OFFSET 1,2 COMMENTS Numbers written in the dyadic system [Smullyan, Stillwell]. - N. J. A. Sloane, Feb 13 2019 Logic-binary sequence: prefix it by the empty word to have all binary words on the alphabet {1,2}. The least binary word of length k is a(2^k - 1). See Mathematica program for logic-binary sequence using (0,1) in place of (1,2); the sequence starts with 0,1,00,01,10. - Clark Kimberling, Feb 09 2012 A007953(a(n)) = A014701(n+1); A007954(a(n)) = A048896(n). - Reinhard Zumkeller, Oct 26 2012 a(n) is n written in base 2 where zeros are not allowed but twos are. The two distinct digits used are 1, 2 instead of 0, 1. To obtain this sequence from the "canonical" base 2 sequence with zeros allowed, just replace any 0 with a 2 and then subtract one from the group of digits situated on the left: (10-->2; 100-->12; 110-->22; 1000-->112; 1010-->122). - Robin Garcia, Jan 31 2014 For numbers made of only two different digits, see also A007088 (digits 0 & 1), A032810 (digits 2 & 3), A032834 (digits 3 & 4), A256290 (digits 4 & 5), A256291 (digits 5 & 6), A256292 (digits 6 & 7), A256340(digits 7 & 8), A256341 (digits 8 & 9), and A032804-A032816 (in other bases). Numbers with exactly two distinct (but unspecified) digits in base 10 are listed in A031955, for other bases in A031948-A031954. - M. F. Hasler, Apr 04 2015 REFERENCES J.-P. Allouche and J. Shallit, Automatic Sequences, Cambridge Univ. Press, 2003, p. 2. - From N. J. A. Sloane, Jul 26 2012 K. Atanassov, On the 97th, 98th and the 99th Smarandache Problems, Notes on Number Theory and Discrete Mathematics, Sophia, Bulgaria, Vol. 5 (1999), No. 3, 89-93. R. M. Smullyan, Theory of Formal Systems, Princeton, 1961. John Stillwell, Reverse Mathematics, Princeton, 2018. See p. 90. LINKS Hieronymus Fischer, Table of n, a(n) for n = 1..10000 (terms up to 2^10-2 from T. D. Noe, corrected by Sean A. Irvine, April 18 2019) K. Atanassov, On Some of Smarandache's Problems, American Research Press, 1999, 16-21. R. R. Forslund, A logical alternative to the existing positional number system, Southwest Journal of Pure and Applied Mathematics, Vol. 1, 1995. R. R. Forslund, Positive Integer Pages James E. Foster, A Number System without a Zero-Symbol, Mathematics Magazine, Vol. 21, No. 1. (1947), pp. 39-41. F. Smarandache, Only Problems, Not Solutions!. FORMULA To get a(n), write n+1 in base 2, remove initial 1, add 1 to all remaining digits: e.g., eleven (11) in base 2 is 1011; remove initial 1 and add 1 to remaining digits: a(10)=122. - Clark Kimberling, Mar 11 2003 Conversely, given a(n), to get n: subtract 1 from all digits, prefix with an initial 1, convert this binary number to base 10, subtract 1. E.g., a(6)=22 -> 11 -> 111 -> 7 -> 6. - N. J. A. Sloane, Jul 09 2012 a(n) = A053645(n+1)+A002275(A000523(n)) = a(n-2^b(n))+10^b(n) where b(n) = A059939(n) = floor(log_2(n+1)-1). - Henry Bottomley, Feb 14 2001 From Hieronymus Fischer, Jun 06 2012 and Jun 08 2012: (Start) The formulas are designed to calculate base-10 numbers only using the digits 1 and 2. a(n) = Sum_{j=0..m-1} (1 + b(j) mod 2)*10^j, where m = floor(log_2(n+1)), b(j) = floor((n+1-2^m)/(2^j)). Special values: a(k*(2^n-1)) = k*(10^n-1)/9, k= 1,2. a(3*2^n-2) = (11*10^n-2)/9 = 10^n+2*(10^n-1)/9. a(2^n-2) = 2*(10^(n-1)-1)/9, n>1. Inequalities: a(n) <= (10^log_2(n+1)-1)/9, equality holds for n=2^k-1, k>0. a(n) > (2/10)*(10^log_2(n+1)-1)/9. Lower and upper limits: lim inf a(n)/10^log_2(n) = 1/45, for n --> infinity. lim sup a(n)/10^log_2(n) = 1/9, for n --> infinity. G.f.: g(x) = (1/(x(1-x)))*sum_{j=0..infinity} 10^j* x^(2*2^j)*(1 + 2 x^2^j)/(1 + x^2^j). Also: g(x) = (1/(1-x))*(h_(2,0)(x) + h_(2,1)(x) - 2*h_(2,2)(x)), where h_(2,k)(x) = sum_{j>=0} 10^j*x^(2^(j+1)-1)*x^(k*2^j)/(1-x^2^(j+1)). Also: g(x) = (1/(1-x)) sum_{j>=0} (1 - 3(x^2^j)^2 + 2(x^2^j)^3)*x^2^j*f_j(x)/(1-x^2^j), where f_j(x) = 10^j*x^(2^j-1)/(1-(x^2^j)^2). The f_j obey the recurrence f_0(x) = 1/(1-x^2), f_(j+1)(x) = 10x*f_j(x^2). (End) EXAMPLE Positive numbers may not start with 0 in the OEIS, otherwise this sequence would have been written as 0, 1, 00, 01, 10, 11, 000, 001, 010, 011, 100, 101, 110, 111, 0000, 0001, 0010, 0011, 0100, 0101, 0110, 0111, 1000, 1001, 1010, 1011, 1100, 1101, 1110, 1111, 00000, 00001, 00010, 00011, 00100, 00101, 00110, 00111, 01000, 01001, 01010, 01011, ... a(10)   = 122. a(100)  = 211212. a(10^3) = 222212112. a(10^4) = 1122211121112. a(10^5) = 2111122121211112. a(10^6) = 2221211112112111112. a(10^7) = 11221112112122121111112. a(10^8) = 12222212122221111211111112. a(10^9) = 22122211221212211212111111112. MAPLE # Maple program to produce the sequence: a:= proc(n) local m, r, d; m, r:= n, 0;       while m>0 do d:= irem(m, 2, 'm');         if d=0 then d:=2; m:= m-1 fi;         r:= d, r       od; parse(cat(r))/10     end: seq(a(n), n=1..100);  # Alois P. Heinz, Aug 26 2016 # Maple program to invert this sequence: given a(n), it returns n. - N. J. A. Sloane, Jul 09 2012 invert7931:=proc(u) local t1, t2, i; t1:=convert(u, base, 10); [seq(t1[i]-1, i=1..nops(t1))]; [op(%), 1]; t2:=convert(%, base, 2, 10); add(t2[i]*10^(i-1), i=1..nops(t2))-1; end; MATHEMATICA f[n_] := FromDigits[Rest@IntegerDigits[n + 1, 2] + 1]; Array[f, 42] (* Robert G. Wilson v Sep 14 2006 *) (* Next, A007931 using (0, 1) instead of (1, 2) *) d[n_] := FromDigits[Rest@IntegerDigits[n + 1, 2] + 1]; Array[FromCharacterCode[ToCharacterCode[ToString[d[#]]] - 1] &, 100] (* Peter J. C. Moses, at request of Clark Kimberling, Feb 09 2012 *) Flatten[Table[FromDigits/@Tuples[{1, 2}, n], {n, 5}]] (* Harvey P. Dale, Sep 13 2014 *) PROG (Haskell) a007931 n = f (n + 1) where    f x = if x < 2 then 0 else (10 * f x') + m + 1      where (x', m) = divMod x 2 -- Reinhard Zumkeller, Oct 26 2012 (PARI) for(d=2, 6, p=vector(d, i, if(i>1, 10^(d-i), 10^d\90))~; for(b=2^(d-1), 2^d-1, print1(binary(b)*p", "))) \\ M. F. Hasler, Mar 26 2015 (MAGMA) [n: n in [1..100000] | Set(Intseq(n)) subset {1, 2}]; // Vincenzo Librandi, Aug 19 2016 CROSSREFS Cf. A007932 (digits 1-3), A059893, A045670, A052382 (digits 1-9), A059939, A059941, A059943, A032924, A084544, A084545, A046034 (prime digits 2,3,5,7), A089581, A084984 (no prime digits); A001742, A001743, A001744: loops; A202267 (digits 0, 1 and primes), A202268 (digits 1,4,6,8,9), A014261 (odd digits), A014263 (even digits). Cf. A007088 (digits 0 & 1), A032810 (digits 2 & 3), A032834 (digits 3 & 4), A256290 (digits 4 & 5), A256291 (digits 5 & 6), A256292 (digits 6 & 7), A256340 (digits 7 & 8), A256341 (digits 8 & 9), and A032804-A032816 (in other bases). Sequence in context: A038115 A089604 A038114 * A136407 A214215 A136999 Adjacent sequences:  A007928 A007929 A007930 * A007932 A007933 A007934 KEYWORD nonn,base,nice,easy AUTHOR R. Muller EXTENSIONS Examples a(10)..a(10^9) and some crossrefs added by Hieronymus Fischer, Jun 06 2012 Edited by M. F. Hasler, Mar 26 2015 STATUS approved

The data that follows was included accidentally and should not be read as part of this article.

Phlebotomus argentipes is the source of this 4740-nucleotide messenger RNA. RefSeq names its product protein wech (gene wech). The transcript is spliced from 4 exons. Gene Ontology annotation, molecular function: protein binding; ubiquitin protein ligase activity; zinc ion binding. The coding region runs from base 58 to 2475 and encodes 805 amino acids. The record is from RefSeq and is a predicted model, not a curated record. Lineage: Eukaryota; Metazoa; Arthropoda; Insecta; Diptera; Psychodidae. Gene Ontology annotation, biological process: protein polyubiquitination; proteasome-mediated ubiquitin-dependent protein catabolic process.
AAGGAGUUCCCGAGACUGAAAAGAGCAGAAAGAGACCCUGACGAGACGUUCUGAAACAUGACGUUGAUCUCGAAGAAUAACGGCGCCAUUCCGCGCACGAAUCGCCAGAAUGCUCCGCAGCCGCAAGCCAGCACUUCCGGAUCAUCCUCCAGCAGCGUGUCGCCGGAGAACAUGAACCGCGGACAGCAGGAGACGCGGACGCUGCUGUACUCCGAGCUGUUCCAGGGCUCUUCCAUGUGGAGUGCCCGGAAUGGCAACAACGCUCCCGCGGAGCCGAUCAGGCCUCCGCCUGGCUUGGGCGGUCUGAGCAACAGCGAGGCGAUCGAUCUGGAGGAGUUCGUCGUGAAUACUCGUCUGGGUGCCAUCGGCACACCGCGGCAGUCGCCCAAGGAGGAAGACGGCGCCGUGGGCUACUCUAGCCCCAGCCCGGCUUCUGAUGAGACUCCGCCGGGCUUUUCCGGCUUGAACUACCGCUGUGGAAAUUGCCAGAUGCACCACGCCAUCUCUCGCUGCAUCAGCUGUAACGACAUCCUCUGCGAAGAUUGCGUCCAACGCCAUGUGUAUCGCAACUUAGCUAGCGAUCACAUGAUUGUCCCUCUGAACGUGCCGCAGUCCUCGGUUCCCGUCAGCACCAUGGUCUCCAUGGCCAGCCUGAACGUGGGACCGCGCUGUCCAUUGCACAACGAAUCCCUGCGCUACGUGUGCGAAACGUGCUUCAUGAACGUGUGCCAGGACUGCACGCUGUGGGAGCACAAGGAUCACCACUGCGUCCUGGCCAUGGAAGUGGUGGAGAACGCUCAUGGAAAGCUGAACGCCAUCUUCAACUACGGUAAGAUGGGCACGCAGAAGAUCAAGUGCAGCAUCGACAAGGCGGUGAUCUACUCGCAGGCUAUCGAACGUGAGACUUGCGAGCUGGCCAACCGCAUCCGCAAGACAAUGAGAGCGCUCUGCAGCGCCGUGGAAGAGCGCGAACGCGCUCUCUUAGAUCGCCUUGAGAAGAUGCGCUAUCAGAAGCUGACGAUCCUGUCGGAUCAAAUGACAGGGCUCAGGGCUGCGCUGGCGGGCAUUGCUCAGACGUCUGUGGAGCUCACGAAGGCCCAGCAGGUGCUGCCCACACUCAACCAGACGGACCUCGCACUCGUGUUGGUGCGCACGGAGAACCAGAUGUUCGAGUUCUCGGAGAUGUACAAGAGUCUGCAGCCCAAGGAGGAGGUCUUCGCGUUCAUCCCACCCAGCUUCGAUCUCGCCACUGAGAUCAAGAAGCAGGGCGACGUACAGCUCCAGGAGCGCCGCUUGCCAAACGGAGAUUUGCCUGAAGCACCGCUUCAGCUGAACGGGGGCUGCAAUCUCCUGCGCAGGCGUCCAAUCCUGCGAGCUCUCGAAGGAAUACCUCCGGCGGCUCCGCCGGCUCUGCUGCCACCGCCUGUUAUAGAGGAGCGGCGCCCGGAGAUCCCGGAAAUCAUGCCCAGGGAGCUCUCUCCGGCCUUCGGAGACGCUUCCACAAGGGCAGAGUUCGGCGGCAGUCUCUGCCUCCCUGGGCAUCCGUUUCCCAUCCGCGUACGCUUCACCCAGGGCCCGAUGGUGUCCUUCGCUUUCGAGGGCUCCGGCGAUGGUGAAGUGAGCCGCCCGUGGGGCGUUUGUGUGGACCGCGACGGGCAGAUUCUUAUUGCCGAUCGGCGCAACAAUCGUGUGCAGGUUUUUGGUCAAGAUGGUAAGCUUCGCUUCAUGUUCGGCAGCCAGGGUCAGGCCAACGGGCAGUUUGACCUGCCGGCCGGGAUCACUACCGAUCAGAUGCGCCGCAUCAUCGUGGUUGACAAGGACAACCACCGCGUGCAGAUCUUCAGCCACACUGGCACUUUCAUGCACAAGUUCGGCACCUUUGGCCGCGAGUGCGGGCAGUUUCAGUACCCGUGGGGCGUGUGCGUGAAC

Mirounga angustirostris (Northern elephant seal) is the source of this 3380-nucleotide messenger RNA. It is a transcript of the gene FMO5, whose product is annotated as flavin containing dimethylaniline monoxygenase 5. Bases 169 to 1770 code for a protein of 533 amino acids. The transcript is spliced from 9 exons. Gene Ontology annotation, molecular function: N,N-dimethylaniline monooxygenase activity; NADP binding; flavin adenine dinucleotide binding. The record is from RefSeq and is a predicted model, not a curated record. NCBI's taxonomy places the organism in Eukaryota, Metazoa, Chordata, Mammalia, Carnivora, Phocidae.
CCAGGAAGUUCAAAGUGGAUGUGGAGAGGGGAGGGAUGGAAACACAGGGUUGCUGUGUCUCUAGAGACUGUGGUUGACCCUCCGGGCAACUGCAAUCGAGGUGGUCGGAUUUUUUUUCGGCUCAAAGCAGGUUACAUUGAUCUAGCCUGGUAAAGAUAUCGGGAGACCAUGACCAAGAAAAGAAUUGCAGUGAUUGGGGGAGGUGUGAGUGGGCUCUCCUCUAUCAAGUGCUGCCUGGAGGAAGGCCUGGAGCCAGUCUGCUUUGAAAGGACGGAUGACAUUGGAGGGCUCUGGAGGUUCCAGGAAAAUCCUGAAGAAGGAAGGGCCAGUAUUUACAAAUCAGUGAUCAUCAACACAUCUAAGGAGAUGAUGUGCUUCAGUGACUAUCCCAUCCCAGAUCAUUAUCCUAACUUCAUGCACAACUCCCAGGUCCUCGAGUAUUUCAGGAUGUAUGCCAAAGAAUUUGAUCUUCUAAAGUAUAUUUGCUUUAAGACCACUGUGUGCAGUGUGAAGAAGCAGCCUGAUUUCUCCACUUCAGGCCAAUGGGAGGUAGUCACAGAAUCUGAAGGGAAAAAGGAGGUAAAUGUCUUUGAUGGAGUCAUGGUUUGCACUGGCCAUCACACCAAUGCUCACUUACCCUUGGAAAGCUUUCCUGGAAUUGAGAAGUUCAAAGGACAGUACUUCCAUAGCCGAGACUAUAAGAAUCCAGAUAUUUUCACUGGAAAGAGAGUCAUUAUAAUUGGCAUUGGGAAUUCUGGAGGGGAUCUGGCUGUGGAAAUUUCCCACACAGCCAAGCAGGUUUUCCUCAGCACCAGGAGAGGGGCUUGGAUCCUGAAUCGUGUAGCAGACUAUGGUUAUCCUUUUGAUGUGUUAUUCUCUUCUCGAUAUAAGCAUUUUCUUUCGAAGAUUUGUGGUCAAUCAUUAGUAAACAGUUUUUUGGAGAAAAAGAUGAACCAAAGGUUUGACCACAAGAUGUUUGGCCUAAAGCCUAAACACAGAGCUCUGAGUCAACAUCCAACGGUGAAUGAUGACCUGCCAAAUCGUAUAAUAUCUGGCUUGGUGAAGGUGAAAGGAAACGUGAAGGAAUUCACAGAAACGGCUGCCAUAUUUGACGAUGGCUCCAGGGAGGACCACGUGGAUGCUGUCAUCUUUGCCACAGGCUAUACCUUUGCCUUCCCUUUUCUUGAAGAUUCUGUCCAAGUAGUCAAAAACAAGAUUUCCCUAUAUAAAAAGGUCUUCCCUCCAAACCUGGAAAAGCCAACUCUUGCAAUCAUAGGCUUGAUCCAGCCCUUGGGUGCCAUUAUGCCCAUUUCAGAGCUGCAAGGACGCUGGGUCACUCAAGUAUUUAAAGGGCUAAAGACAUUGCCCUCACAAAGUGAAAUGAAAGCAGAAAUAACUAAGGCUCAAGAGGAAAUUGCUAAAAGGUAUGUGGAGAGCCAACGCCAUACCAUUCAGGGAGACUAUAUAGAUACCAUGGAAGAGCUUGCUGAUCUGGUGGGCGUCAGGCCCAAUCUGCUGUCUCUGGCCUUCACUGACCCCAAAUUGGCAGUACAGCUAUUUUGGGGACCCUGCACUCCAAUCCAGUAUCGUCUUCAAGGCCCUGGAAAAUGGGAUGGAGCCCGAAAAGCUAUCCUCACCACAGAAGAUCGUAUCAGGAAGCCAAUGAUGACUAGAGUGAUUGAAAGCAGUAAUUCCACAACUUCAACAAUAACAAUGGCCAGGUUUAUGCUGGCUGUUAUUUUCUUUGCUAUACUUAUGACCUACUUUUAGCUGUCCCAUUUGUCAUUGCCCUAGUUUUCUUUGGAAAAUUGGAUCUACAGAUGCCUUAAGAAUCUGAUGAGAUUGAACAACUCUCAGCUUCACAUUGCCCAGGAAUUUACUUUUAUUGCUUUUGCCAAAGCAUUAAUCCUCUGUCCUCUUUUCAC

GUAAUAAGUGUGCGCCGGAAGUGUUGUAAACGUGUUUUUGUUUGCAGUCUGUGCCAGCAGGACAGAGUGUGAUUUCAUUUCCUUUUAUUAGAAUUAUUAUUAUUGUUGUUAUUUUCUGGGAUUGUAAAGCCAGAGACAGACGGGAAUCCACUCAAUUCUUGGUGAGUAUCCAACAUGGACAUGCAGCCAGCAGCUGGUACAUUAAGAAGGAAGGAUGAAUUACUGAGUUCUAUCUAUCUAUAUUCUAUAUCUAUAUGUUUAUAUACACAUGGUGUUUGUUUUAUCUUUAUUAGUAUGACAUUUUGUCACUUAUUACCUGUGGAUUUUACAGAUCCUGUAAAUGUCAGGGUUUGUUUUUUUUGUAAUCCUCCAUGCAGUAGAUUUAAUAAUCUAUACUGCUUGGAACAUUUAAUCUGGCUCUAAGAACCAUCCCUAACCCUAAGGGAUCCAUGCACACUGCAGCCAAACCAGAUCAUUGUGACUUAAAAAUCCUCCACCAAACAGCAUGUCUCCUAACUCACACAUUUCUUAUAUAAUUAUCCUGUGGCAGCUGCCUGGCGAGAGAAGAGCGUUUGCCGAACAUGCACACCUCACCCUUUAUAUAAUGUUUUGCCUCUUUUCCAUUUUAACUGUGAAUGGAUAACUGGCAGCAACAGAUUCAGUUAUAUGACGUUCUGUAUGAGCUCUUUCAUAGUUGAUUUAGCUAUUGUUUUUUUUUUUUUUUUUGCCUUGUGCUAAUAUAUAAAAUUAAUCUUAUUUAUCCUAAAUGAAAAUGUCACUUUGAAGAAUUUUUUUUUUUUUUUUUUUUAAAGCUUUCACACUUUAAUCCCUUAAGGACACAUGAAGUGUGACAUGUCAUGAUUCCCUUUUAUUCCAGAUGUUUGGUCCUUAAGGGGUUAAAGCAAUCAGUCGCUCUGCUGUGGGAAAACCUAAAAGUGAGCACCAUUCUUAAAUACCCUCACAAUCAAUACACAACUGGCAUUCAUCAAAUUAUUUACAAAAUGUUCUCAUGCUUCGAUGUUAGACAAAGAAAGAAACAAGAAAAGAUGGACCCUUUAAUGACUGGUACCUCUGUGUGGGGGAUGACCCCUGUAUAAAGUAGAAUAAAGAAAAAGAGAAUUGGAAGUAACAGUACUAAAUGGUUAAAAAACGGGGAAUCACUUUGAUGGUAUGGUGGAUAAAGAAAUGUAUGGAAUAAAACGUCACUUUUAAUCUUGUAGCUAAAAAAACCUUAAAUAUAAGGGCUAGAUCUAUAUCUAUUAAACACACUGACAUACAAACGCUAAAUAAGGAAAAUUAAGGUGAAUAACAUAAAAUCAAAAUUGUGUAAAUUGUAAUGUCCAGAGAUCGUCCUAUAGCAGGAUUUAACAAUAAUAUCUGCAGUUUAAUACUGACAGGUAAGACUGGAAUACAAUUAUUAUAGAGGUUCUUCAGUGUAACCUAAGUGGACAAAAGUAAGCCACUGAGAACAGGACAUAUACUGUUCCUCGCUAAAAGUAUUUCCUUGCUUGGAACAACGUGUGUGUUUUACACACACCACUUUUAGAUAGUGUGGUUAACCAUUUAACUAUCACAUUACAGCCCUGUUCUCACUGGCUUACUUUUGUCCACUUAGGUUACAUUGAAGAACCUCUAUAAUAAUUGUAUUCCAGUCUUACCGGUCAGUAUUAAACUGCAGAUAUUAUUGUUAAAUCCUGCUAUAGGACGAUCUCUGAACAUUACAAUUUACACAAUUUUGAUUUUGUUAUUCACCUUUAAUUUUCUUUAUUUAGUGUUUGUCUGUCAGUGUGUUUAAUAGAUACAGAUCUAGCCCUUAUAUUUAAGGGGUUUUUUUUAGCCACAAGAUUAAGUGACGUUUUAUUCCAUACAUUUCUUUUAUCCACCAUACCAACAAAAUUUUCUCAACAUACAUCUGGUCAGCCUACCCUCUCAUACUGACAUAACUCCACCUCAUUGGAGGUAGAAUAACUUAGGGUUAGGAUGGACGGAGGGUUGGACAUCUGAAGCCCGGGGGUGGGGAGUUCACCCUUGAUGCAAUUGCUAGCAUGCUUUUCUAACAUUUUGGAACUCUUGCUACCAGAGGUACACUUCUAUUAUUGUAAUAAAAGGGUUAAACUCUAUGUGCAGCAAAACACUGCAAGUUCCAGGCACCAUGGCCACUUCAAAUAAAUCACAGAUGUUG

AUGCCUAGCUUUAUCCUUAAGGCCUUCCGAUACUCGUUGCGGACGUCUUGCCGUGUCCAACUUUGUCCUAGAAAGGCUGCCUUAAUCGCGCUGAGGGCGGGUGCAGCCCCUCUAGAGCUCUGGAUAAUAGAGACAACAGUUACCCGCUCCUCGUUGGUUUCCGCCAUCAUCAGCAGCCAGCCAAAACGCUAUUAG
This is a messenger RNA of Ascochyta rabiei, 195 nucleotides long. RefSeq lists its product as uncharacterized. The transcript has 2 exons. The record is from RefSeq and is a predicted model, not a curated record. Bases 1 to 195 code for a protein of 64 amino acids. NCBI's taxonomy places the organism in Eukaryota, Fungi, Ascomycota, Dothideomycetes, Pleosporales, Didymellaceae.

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Last modified October 20 10:32 EDT 2019. Contains 328257 sequences. (Running on oeis4.)